Railroad workers’ stories to be told at Blue Ridge Parkway picnic


newspaperKevin Donleavy will tell stories about the slaves and Irish immigrants who built the 17 miles of railroad that ran from Crozet to Waynesboro Saturday, August 20 at the Humpback Rocks Farm. This “Picnic with Friends” event is a centennial celebration of the National Park Service. It’s sponsored and organized by the Friends of the Blue Ridge Parkway, Humpback Rocks Chapter, and the Park Service. The picnic also will feature old time music and old fashioned games and races.

During the 1850s the 17-mile section of the railroad was built under the direction of Claudius Crozet, a French engineer who accepted the challenge to get the railroad over the Blue Ridge Mountains. The work involved preparing the track through steep terrain, building tall embankments across deep ravines, constructing stone culverts at the mountain streams, and blasting four tunnels through the mountains.

The contractors hired hundreds of Irish immigrants and rented slaves. Clann Mhór, a group spearheaded by Donleavy, which in Gaelic means the Great Family, is seeking to honor the history of these railroad workers. The group studies the work they did and their lives in the shanties built along the mountain tracks. Men labored with drill bits, sledge-hammers, pickaxes, shovels and wheelbarrows. Blasting the rock with black powder was dangerous and slow. Workers died from accidents and diseases.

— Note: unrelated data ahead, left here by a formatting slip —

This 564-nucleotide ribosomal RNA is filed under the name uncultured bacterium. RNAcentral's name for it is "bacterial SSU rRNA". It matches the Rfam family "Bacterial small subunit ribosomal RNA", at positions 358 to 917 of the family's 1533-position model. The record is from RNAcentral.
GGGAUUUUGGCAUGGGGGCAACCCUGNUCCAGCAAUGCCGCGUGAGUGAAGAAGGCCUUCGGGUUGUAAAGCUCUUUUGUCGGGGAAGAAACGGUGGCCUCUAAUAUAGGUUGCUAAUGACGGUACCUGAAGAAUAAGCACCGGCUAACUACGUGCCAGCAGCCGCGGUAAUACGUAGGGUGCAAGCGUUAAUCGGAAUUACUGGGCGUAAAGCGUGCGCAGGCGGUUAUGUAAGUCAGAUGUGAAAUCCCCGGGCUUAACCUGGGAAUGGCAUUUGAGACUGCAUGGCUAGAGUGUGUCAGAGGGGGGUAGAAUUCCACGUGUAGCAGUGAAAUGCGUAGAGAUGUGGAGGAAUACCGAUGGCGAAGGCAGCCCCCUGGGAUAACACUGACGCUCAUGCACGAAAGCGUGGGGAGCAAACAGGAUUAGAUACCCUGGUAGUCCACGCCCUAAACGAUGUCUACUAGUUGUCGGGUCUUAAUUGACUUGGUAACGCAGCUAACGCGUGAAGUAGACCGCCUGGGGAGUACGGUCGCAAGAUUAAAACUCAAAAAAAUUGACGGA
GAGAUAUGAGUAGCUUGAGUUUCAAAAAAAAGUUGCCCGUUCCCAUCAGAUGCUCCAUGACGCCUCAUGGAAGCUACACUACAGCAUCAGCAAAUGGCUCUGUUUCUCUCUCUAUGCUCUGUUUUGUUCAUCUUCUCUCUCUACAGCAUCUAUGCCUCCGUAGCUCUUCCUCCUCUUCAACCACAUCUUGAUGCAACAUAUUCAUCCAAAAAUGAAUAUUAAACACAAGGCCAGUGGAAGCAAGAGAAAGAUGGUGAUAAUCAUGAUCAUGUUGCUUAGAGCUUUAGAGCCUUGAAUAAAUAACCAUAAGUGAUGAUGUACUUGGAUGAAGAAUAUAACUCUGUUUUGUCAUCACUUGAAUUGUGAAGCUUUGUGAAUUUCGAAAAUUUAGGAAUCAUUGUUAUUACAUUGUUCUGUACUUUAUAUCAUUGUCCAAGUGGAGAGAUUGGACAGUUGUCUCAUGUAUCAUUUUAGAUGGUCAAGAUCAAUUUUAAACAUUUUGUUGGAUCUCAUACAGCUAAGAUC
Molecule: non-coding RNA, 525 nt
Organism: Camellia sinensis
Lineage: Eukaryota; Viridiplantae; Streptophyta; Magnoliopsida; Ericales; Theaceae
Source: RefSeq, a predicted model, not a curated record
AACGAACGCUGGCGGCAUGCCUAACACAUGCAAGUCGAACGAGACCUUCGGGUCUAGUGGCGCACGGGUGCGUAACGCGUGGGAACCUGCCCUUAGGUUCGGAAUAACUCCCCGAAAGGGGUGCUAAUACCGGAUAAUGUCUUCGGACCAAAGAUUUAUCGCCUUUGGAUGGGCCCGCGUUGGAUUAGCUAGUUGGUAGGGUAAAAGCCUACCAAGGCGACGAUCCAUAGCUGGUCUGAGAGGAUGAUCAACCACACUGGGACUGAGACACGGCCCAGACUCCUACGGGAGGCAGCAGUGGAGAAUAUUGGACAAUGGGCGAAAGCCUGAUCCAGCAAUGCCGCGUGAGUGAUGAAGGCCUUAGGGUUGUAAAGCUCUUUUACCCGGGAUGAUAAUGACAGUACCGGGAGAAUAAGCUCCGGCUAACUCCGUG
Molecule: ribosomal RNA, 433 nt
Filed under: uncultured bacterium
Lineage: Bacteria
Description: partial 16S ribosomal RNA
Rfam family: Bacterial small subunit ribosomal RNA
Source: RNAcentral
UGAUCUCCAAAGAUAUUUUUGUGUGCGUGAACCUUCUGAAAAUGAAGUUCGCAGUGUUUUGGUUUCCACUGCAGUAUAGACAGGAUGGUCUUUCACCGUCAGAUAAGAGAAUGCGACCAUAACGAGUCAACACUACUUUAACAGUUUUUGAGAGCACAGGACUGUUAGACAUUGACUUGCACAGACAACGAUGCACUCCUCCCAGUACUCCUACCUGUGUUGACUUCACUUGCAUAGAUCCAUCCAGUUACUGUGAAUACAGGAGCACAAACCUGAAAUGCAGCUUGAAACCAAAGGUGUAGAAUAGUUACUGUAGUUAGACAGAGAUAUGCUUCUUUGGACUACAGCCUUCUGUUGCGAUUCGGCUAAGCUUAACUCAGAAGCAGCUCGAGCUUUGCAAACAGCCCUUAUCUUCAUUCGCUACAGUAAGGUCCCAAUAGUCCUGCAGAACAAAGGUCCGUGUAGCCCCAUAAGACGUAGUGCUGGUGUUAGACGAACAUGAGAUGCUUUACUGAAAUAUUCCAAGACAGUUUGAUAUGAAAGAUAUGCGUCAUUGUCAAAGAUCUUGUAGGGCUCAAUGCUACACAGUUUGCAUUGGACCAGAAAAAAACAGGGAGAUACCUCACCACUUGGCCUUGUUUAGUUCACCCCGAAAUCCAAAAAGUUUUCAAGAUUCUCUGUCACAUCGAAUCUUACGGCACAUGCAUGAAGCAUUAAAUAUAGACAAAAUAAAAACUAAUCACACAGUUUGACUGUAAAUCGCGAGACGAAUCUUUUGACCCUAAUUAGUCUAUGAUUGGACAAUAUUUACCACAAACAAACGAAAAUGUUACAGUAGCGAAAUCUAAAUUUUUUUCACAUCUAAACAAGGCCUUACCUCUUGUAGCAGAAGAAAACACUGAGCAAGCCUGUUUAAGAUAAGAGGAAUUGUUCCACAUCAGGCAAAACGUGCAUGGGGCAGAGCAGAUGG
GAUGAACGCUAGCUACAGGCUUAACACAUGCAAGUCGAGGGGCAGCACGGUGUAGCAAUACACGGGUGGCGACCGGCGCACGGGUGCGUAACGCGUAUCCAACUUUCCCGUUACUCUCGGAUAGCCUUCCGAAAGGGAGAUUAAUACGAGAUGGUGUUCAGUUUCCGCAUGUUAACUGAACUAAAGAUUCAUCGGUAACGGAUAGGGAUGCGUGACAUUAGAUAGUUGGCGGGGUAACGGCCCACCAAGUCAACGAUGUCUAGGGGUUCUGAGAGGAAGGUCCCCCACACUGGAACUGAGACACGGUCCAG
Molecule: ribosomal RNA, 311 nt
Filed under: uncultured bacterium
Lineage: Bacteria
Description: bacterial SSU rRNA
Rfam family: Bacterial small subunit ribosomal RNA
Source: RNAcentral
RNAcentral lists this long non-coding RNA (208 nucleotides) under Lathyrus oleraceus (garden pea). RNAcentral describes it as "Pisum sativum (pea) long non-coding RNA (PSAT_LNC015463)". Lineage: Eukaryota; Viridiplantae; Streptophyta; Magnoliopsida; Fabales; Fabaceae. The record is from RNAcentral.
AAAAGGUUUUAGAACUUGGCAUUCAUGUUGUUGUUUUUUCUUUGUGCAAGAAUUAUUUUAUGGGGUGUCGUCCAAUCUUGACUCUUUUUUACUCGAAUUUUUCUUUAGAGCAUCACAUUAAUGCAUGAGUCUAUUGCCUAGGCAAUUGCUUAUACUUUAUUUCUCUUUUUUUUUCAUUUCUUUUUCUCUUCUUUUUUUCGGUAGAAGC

Clan Mhór has collected more than 2,000 names of Irish immigrants and more than 100 names of slaves and combed through thousands of documents to get an idea of what the workers’ lives were like.

“Picnic with Friends” runs from 11:00 a.m. to 4:00 p.m. at milepost 5.8 on the parkway. Bring a picnic and a chair.



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